How do you pick your vein for an IV?

  1. 0 As a nursing student, I try to take every chance I get to practice IV's on patients, I still suck at it. Every time I start one, I get kind of nervous that I won't find the right vein, or that it will blow on me. My last clinical I got 3 out of 5 in, but this is not the usual for me. Any suggestions on getting it in the first try? And what veins to avoid? Any help is appreciated!
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  3. Visit  Chandra Lancaster} profile page

    About Chandra Lancaster

    From 'Twin Falls, Idaho'; Joined Oct '11; Posts: 6.

    53 Comments so far...

  4. Visit  FancypantsRN} profile page
    1
    I go for the ones that I can feel (not necessarily see). The squishier, the better. I have the most success with AC and back of the forearm. For me, the larger the gauge, the more stable the placement. I almost never use a 22g, all are 20g or 18g.

    As with a lot of skills, the more you practice, the better you get
    xtxrn likes this.
  5. Visit  BuckyBadgerRN} profile page
    3
    Quote from Chandra Lancaster
    As a nursing student, I try to take every chance I get to practice IV's on patients, I still suck at it. Every time I start one, I get kind of nervous that I won't find the right vein, or that it will blow on me. My last clinical I got 3 out of 5 in, but this is not the usual for me. Any suggestions on getting it in the first try? And what veins to avoid? Any help is appreciated!

    Avoid any "vein" with a pulse!!!

    No seriously, trust your fingertips. Try and pick a nice one with your eyes, and then palpate, palpate, palpate. I spend a lot of time without gloves checking sites. Ask the pt if there is a good spot, where other nurses have had success, try not to let the ones who tell you "I'm a hard stick" rattle you.
    I like the back of the hand b/c I can curl their fingers into my hand and really hold things steady. Otherwise you can usually find a nice one on the back of the forearm--nice and fat! I try to avoid a/c just because you always have to worry about them occluding it when they bend their arm, but of course that's usually a great spot!!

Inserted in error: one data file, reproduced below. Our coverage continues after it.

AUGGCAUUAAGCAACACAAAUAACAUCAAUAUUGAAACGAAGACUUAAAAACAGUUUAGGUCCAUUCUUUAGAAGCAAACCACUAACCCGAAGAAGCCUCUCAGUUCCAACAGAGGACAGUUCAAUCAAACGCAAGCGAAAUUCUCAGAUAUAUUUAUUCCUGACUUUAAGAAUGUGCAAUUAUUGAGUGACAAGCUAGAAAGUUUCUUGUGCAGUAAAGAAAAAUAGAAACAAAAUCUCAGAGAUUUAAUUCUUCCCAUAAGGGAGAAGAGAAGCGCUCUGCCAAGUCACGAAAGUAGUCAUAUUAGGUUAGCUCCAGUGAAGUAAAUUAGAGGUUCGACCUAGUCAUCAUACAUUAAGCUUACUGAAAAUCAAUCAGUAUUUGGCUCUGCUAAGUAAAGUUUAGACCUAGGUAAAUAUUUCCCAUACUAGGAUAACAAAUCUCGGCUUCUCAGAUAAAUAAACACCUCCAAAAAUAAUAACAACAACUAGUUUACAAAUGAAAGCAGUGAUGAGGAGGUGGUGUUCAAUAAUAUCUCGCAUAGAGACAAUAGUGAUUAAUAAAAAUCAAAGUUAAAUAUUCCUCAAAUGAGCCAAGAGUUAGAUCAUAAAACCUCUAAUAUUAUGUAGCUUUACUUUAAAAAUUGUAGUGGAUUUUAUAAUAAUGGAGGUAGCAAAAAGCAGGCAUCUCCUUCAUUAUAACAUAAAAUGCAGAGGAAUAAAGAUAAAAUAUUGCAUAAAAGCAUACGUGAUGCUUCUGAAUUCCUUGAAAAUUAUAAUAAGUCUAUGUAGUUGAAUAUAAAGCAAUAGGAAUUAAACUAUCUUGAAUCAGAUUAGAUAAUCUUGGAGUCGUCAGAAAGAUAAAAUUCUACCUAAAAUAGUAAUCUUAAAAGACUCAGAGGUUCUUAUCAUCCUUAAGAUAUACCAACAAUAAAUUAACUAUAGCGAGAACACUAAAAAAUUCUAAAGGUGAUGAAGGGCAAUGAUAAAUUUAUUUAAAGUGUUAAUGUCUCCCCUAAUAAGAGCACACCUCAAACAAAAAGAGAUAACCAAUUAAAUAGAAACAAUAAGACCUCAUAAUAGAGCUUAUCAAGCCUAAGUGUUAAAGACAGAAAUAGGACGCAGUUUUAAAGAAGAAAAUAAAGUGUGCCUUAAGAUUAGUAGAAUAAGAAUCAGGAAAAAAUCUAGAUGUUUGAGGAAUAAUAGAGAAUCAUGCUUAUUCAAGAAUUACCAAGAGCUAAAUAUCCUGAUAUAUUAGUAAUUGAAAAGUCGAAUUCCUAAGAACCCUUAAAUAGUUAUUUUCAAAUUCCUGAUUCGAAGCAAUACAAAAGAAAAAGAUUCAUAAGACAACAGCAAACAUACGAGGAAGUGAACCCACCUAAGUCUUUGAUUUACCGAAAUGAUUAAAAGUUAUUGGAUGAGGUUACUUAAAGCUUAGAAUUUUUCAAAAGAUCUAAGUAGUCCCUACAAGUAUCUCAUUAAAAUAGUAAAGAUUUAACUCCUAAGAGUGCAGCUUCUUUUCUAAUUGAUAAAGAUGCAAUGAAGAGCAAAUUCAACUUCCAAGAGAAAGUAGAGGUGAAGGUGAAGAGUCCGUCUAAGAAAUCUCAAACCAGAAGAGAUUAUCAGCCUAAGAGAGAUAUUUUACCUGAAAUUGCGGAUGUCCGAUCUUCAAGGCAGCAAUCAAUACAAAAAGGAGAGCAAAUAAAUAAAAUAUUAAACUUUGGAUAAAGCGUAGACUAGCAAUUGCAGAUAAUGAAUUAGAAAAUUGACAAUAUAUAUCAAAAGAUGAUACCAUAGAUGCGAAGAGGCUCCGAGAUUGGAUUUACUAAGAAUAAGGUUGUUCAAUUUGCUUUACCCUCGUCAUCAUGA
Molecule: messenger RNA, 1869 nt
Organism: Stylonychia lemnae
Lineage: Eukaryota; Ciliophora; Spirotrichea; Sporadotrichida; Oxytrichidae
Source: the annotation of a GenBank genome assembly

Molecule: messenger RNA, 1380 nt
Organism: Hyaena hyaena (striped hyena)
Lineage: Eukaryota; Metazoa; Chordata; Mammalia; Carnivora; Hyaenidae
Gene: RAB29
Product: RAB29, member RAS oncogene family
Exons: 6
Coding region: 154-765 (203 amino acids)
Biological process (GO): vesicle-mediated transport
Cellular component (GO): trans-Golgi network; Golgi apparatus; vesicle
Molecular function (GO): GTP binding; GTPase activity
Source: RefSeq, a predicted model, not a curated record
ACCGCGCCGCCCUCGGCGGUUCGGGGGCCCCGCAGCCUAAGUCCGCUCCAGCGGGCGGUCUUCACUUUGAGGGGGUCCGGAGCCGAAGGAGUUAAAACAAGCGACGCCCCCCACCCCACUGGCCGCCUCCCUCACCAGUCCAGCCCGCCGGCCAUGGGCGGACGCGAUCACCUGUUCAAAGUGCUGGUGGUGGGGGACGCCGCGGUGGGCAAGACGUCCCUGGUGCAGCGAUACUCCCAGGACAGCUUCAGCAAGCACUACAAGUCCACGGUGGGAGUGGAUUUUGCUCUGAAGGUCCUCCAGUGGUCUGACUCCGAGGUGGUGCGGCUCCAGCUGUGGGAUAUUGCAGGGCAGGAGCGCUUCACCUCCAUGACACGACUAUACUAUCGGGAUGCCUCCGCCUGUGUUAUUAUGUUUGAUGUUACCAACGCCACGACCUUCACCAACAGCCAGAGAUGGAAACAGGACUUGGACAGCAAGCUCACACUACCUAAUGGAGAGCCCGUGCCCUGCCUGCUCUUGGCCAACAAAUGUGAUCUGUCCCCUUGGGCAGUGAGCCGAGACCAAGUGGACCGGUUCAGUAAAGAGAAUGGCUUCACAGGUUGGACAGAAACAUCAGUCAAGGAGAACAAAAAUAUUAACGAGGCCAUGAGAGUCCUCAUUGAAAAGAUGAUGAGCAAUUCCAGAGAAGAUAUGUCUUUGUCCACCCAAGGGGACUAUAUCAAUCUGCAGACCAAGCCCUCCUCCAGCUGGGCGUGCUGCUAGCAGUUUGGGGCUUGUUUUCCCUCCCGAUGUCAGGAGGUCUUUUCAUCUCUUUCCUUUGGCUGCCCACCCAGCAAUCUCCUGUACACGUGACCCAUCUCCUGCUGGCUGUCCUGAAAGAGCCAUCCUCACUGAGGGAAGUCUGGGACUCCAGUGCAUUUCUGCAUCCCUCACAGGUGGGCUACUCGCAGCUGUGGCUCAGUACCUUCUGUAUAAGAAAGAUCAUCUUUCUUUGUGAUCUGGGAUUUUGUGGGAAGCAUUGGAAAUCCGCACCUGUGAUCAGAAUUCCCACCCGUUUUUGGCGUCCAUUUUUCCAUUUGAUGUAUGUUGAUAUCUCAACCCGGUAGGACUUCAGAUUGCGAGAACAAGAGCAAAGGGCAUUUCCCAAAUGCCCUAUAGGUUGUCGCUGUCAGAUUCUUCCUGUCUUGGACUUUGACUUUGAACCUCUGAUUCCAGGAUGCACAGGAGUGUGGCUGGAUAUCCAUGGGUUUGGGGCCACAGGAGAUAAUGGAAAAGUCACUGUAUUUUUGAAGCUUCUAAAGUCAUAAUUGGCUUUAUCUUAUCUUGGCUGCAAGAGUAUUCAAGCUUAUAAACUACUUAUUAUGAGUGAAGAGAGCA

6. Visit  brownbook} profile page
    0
    There are a lot of threads about starting IV's. Yet still I think of hints that may not get mentioned, since you asked about picking a vein over specific technique advice.

    My laziness, or problem, is sometimes I see a "yeah, this looks okay" vein on one side, set out my start kit on that side, look closer and maybe have second thoughts. But am too lazy to get up, step away, take another GOOD look at the other arm, and re-think the whole thing.

    I hate it when I blow an "it really wasn't that great" vein then look at the other arm and see a good easy one! So take the time to really look at both arms, hand, AC's etc.

    Last week we had a repeat customer. Two weeks ago our best IV nurses (of which I am NOT a member) had been unable to start his IV. The anesthesiologists could not start it. It took about two hours to get an IV in this relatively normal healthy man!

    When he came back I admitted him, not realizing at first who he was! The first thing he asked was if he could sit in the chair instead of getting right into the gurney because he had a bad back. I said sure. I let him sit in the chair when I started his IV (even after realizing who he was). I got right in! All I can think is last time he was in pain, getting more anxious, and his veins just kept shutting down due to pain and anxiety!
  7. Visit  Sun0408} profile page
    1
    I love the forearm and upper wrist area( away from the bend).. I still cant get one in the AC no matter how often I try...
    hoopschick likes this.
  8. Visit  apocatastasis} profile page
    3
    If you're having trouble threading the catheter, remember that when you get a flash, advance the needle just a little further before you try to float the catheter. The needle's tip comes before the actual start of the catheter, and if you try to advance the catheter at first flash, you'll likely be trying to advance the catheter into the wall of the vein... often resulting in a failed IV start (one cause of, "I got the flash but I couldn't thread the catheter")